by michael on February 13, 2012

Today, although it was Sunday, I did what I was more than likely to be doing, which was working on one or more projects, trying to keep ideas separated among them, hoping that I would not write into a client’s trust agreement my notes on engravers of fly rods.

I took a break to make from scratch, pun intended, some chicken soup. I turned on the small TV located a few feet from my chopping block and kitchen stove. The issue of the US debt had been hanging in my mind like a skull. The US budget deficits, on the macro level, seem certain to damage if not destroy this country.

But what was my future, my family’s future, on a personal level? What, if anything, could a somewhat prudent responsible individual do to survive financially? What could one do to protect one’s family? Those are questions worth asking.  

Then: Fate.

I turned on the TV. Whatever channel it was, I think it Channel 12, a public broadcasting channel, Suze Orman was on the screen giving a class on real estate investing called The Money Class. Suze was allowing her class to be used to raise money for public television. I had heard of Suze but had not listened to one of her presentations or even a part of a presentation. I had not read any of her material. I had not read any parts of her several books.

Quickly evident was that Suze was speaking about more than real estate investing. She was speaking about the New American Dream. She was speaking about how to enrich what was, in her opinion, truly important: family and raising moral children. I left the soup on the stove, grabbed paper and pen, pulled a chair up to the TV and began taking notes.

Suze had much to say, as can be expected from someone who has written several best selling books—The Money Class, The Money Navigator, Women and Money—and has been voted as one of the 100 most influential people in the United States, as I recall.

            I share a few of her many vibrant thoughts relevant to the topic of raising strong independent children and the topic of nurturing a supporting healthy vibrant family.

            Key to all success in what she describes as The New American Dream is to live below your means but not below your needs. This concept takes time to absorb. Suze referenced some technical financial matters such as distinguishing between recourse and non-recourse debt: mortgages tend to be non-recourse debt but home equity lines of credit tend to be recourse, which means that failure to pay the loan can leave the debtor with personal liability exposure.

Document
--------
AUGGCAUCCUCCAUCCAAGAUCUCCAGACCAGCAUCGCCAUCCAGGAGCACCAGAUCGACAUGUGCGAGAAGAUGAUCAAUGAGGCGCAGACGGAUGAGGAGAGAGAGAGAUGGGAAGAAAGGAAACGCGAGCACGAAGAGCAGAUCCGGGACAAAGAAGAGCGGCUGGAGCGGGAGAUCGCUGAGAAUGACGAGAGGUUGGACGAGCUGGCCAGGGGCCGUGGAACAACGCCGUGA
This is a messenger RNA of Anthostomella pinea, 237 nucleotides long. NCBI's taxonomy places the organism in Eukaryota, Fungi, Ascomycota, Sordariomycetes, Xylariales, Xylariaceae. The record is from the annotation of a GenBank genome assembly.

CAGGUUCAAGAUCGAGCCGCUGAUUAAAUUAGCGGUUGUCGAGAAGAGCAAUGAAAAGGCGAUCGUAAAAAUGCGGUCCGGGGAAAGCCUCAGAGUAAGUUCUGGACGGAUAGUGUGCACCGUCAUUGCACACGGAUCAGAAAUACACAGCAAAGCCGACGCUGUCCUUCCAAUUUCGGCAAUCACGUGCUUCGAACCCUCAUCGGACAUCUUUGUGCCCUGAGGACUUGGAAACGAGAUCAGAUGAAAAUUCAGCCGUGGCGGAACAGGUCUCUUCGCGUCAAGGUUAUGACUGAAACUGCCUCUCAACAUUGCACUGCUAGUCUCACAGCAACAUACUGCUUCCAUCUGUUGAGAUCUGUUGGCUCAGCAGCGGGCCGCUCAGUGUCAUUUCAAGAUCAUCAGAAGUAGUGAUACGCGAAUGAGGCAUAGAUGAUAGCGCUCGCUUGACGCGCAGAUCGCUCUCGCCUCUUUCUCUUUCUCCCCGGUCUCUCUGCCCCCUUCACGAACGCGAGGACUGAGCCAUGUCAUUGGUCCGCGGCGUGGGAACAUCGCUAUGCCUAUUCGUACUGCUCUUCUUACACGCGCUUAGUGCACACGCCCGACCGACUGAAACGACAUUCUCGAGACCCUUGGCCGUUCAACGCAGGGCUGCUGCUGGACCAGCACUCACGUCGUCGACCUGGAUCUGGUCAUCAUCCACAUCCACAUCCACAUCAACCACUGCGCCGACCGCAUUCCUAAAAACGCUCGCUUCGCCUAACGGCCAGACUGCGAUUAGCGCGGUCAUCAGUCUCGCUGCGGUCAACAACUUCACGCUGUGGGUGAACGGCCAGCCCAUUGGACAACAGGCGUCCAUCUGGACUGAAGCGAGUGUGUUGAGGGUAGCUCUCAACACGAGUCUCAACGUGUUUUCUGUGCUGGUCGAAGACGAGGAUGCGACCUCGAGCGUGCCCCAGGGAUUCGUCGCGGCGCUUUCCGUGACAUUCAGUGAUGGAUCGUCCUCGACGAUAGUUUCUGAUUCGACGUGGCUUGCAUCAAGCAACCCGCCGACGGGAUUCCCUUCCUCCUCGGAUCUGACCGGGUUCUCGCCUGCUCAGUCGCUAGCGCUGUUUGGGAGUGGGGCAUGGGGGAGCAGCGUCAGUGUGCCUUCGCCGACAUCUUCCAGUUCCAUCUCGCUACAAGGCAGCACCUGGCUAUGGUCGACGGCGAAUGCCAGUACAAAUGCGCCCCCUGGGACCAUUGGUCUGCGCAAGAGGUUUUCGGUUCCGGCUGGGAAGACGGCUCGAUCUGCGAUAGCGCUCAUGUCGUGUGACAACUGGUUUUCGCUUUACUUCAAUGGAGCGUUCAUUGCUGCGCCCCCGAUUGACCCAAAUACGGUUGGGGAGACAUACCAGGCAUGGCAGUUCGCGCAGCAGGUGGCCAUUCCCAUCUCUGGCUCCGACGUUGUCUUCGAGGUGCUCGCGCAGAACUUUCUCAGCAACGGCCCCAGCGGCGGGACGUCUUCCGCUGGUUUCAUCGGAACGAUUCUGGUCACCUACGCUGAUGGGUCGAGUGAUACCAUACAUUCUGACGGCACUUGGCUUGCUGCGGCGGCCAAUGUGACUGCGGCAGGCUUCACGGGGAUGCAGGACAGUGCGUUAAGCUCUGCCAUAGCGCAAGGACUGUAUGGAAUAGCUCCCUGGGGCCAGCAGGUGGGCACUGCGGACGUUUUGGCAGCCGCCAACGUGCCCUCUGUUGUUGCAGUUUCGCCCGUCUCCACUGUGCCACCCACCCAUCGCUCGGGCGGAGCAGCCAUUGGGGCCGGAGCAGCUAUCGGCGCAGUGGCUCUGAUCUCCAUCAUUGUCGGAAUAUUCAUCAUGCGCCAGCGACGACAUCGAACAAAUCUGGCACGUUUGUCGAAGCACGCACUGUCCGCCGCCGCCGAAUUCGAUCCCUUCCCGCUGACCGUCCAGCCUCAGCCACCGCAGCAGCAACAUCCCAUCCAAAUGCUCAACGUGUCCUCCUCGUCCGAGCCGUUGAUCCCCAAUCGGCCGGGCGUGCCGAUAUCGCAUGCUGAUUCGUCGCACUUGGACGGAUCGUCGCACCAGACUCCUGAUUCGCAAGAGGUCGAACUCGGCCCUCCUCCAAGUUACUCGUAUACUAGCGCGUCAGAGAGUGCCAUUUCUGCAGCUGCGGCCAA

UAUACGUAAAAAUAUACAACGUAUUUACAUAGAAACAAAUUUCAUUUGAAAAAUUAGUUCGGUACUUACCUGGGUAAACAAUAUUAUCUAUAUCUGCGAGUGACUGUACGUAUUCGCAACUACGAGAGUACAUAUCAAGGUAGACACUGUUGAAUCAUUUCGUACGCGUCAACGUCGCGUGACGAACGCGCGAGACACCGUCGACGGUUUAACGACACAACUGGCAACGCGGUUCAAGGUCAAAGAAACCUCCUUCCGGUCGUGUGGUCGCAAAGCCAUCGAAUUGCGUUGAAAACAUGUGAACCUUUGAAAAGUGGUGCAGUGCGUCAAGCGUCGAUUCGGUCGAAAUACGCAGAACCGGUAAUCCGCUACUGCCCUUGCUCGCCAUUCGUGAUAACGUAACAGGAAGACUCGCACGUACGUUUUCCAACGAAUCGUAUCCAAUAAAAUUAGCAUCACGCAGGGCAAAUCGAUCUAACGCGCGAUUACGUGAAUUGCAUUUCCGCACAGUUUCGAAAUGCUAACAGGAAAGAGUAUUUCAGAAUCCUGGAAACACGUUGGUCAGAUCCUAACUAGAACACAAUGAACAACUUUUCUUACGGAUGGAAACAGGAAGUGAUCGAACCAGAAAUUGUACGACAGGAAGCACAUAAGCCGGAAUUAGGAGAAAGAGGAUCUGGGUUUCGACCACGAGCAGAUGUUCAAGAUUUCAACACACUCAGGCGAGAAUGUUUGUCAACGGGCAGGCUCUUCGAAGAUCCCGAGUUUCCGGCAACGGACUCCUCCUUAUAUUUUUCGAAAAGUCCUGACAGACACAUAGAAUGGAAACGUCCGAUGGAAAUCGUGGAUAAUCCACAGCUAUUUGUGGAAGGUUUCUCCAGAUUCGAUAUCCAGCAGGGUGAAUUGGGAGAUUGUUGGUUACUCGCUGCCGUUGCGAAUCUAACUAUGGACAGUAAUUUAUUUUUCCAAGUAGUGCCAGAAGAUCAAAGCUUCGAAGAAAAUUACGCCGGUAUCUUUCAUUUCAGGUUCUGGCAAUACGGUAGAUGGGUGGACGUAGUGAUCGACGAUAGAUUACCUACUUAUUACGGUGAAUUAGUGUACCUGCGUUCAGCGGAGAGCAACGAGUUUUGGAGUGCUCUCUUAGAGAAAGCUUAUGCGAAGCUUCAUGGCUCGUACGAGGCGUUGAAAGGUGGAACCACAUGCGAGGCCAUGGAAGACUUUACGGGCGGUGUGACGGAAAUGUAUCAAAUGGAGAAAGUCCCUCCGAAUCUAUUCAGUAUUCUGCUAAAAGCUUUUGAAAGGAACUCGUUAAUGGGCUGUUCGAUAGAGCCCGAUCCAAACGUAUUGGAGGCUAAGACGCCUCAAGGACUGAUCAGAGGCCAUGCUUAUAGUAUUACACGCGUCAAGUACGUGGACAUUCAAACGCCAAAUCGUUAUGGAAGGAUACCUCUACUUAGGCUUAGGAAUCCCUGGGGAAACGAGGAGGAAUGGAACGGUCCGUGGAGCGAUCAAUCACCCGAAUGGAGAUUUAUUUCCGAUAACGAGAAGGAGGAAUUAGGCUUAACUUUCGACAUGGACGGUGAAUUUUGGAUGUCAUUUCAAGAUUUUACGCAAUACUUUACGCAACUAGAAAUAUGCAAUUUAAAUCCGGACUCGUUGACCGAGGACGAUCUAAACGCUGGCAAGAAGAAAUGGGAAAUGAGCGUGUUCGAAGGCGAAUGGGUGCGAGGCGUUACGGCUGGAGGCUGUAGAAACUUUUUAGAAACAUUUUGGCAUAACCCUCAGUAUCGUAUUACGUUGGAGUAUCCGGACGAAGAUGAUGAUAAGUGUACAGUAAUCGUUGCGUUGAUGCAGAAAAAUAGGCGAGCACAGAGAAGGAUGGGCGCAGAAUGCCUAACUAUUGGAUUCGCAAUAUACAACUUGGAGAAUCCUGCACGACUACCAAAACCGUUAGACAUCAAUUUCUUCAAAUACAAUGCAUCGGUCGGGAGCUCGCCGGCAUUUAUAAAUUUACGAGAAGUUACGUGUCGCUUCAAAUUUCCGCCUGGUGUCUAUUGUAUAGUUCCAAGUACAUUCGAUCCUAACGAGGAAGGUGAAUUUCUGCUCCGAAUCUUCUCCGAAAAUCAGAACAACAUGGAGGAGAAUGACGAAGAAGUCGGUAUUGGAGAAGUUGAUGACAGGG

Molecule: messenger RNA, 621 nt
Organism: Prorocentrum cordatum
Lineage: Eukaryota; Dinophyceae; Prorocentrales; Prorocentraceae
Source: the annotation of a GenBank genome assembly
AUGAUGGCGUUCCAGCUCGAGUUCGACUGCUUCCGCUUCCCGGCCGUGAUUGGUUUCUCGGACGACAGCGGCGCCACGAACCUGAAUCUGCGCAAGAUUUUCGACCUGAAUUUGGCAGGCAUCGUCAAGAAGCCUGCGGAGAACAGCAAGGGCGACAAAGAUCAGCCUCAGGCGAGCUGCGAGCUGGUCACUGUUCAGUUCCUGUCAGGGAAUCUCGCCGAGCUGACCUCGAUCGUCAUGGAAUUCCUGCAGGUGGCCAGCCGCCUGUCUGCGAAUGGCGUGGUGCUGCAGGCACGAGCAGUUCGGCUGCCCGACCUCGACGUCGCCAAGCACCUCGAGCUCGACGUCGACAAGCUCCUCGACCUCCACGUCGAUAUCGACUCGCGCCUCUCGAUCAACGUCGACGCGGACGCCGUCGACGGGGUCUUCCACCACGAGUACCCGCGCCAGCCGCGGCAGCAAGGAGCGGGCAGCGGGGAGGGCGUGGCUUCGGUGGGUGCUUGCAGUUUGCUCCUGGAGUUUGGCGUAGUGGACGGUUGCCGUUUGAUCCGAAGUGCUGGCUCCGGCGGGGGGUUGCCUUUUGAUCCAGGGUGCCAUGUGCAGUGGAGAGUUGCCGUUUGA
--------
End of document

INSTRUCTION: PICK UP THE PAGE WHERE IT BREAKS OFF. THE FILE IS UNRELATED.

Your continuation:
Suze raised profound questions:

  • Who do you trust?
  • Where do you get information?
  • How trustworthy is your information?

 Her recommended approach to life in pursuit of the New American Dream is to:

  • Speak the truth;
  • Act the truth and
  • Live the truth

 Suze talked about raising children to have a sense of values and a sense of duty in a way that will reject an entitlement mentality. She used as an example the matter of giving a child an allowance. She’s against it. Parents have a duty to provide shelter and food, and most of all, they have a duty to provide love. Beyond that, everything must be earned by the child. Suze called that concept “work pay.” That is to say, pay must be earned.

In return for their food and shelter, as part of the family, children should do chores. If they want money, then they have to do extra chores. The entitlement mentality occurs when children get things that are not earned.

Getting things that are not earned is not living the truth. It is not the truth because the world does not work that way, as a general rule, and there is no honor in getting things that are not earned, as a general rule.

The most difficult words for a parent to utter, Suze opines, are “We can’t afford it.” These words seem to indicate a total failure by the parents, whether it is a new car, a vacation, new soccer shoes, staying in one’s current house or apartment.

It’s not failure. It’s life. “We can’t afford it” also means we will not be phonies; we will not live at a level we can not afford; we would rather devote scarce resources to enriching the family, reducing pressure to squeeze out every dollar from work, having less stress emotionally and financially.

Suze advocates that parents put themselves first, which has a very specific meaning: put the true needs of the family first: time, less stress, more attention, more love even if it means fewer things.

Suze expressed an optimism that, I admit, caught me off guard and which I will have to ponder with greater focus. Suze said the changes in America, which she believes will include reduced economic opportunity and income, can be good for the fabric of the family and country.

The segment I watched ended with Suze making a stirring poetic statement: “Speak to your children with joy and take pride in who you are rather than show shame for what you don’t have.”

That’s what I call a powerful statement. I have become a fan.

More information about her can be accessed by these links:



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